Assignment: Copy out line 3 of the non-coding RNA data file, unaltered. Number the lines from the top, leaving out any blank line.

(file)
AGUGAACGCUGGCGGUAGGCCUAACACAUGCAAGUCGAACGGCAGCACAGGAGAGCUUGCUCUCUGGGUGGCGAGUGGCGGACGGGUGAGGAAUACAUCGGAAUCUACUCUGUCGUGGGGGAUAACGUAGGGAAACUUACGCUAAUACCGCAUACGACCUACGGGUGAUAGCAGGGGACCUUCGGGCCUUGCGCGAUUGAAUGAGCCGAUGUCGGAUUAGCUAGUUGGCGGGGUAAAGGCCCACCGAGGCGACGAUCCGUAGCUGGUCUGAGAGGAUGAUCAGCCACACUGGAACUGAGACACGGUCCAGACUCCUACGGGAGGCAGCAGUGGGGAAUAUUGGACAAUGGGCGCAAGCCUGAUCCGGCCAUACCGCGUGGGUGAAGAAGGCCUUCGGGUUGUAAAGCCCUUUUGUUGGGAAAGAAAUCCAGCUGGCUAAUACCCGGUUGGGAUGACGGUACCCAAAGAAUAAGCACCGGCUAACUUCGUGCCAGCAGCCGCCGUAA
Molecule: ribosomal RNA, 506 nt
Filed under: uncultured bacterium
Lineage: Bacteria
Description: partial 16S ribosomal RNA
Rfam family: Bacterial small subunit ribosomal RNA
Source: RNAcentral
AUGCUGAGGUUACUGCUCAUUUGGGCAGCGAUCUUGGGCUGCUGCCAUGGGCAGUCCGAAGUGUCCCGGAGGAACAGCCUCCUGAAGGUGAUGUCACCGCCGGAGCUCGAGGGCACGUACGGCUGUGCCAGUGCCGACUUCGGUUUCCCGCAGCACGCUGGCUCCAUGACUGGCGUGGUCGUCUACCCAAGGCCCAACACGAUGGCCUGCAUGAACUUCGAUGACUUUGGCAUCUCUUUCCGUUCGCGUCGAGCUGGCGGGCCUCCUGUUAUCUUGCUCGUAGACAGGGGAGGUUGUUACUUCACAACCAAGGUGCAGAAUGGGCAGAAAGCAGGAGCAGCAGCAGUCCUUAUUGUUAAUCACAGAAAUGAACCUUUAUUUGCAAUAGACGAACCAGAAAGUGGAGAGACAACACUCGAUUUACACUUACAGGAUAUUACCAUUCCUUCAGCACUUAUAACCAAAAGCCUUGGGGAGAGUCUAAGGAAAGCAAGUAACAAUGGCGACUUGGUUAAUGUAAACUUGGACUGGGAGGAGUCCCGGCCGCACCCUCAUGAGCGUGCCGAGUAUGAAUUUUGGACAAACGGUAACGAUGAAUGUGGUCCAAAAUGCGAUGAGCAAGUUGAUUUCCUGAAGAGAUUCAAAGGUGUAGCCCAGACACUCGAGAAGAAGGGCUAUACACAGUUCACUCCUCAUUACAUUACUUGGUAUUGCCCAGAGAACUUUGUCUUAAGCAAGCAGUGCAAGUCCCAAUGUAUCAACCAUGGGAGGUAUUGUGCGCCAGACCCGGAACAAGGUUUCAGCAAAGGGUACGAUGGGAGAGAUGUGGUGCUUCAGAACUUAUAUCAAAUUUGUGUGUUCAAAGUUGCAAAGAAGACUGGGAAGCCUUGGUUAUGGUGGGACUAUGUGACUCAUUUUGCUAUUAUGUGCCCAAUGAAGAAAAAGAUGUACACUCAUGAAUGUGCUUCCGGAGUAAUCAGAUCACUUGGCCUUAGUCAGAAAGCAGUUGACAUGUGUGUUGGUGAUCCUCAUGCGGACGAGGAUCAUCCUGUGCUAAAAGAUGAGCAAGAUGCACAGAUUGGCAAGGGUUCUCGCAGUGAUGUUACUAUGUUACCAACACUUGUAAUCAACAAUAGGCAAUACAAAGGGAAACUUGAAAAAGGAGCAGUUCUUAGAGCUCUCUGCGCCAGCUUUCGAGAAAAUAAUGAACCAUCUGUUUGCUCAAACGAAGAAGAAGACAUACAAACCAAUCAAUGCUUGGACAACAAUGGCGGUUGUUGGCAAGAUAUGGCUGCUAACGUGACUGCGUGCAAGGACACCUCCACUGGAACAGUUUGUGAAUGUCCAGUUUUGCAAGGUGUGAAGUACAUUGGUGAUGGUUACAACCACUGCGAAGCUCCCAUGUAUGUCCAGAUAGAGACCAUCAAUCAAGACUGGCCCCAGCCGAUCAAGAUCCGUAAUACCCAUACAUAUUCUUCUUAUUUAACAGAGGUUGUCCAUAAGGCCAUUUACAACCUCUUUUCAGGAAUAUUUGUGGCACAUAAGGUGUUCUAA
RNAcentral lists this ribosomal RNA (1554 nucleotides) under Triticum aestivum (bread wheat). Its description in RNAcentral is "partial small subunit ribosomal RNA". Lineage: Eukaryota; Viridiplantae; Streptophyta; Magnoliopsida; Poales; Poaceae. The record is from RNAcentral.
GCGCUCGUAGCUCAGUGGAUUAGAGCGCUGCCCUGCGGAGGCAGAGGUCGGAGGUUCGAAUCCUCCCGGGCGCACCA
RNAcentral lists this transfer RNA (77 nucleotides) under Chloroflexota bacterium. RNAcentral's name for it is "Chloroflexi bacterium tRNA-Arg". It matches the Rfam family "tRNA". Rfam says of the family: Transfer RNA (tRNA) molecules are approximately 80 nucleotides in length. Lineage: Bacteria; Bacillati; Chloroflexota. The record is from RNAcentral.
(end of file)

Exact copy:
Filed under: uncultured bacterium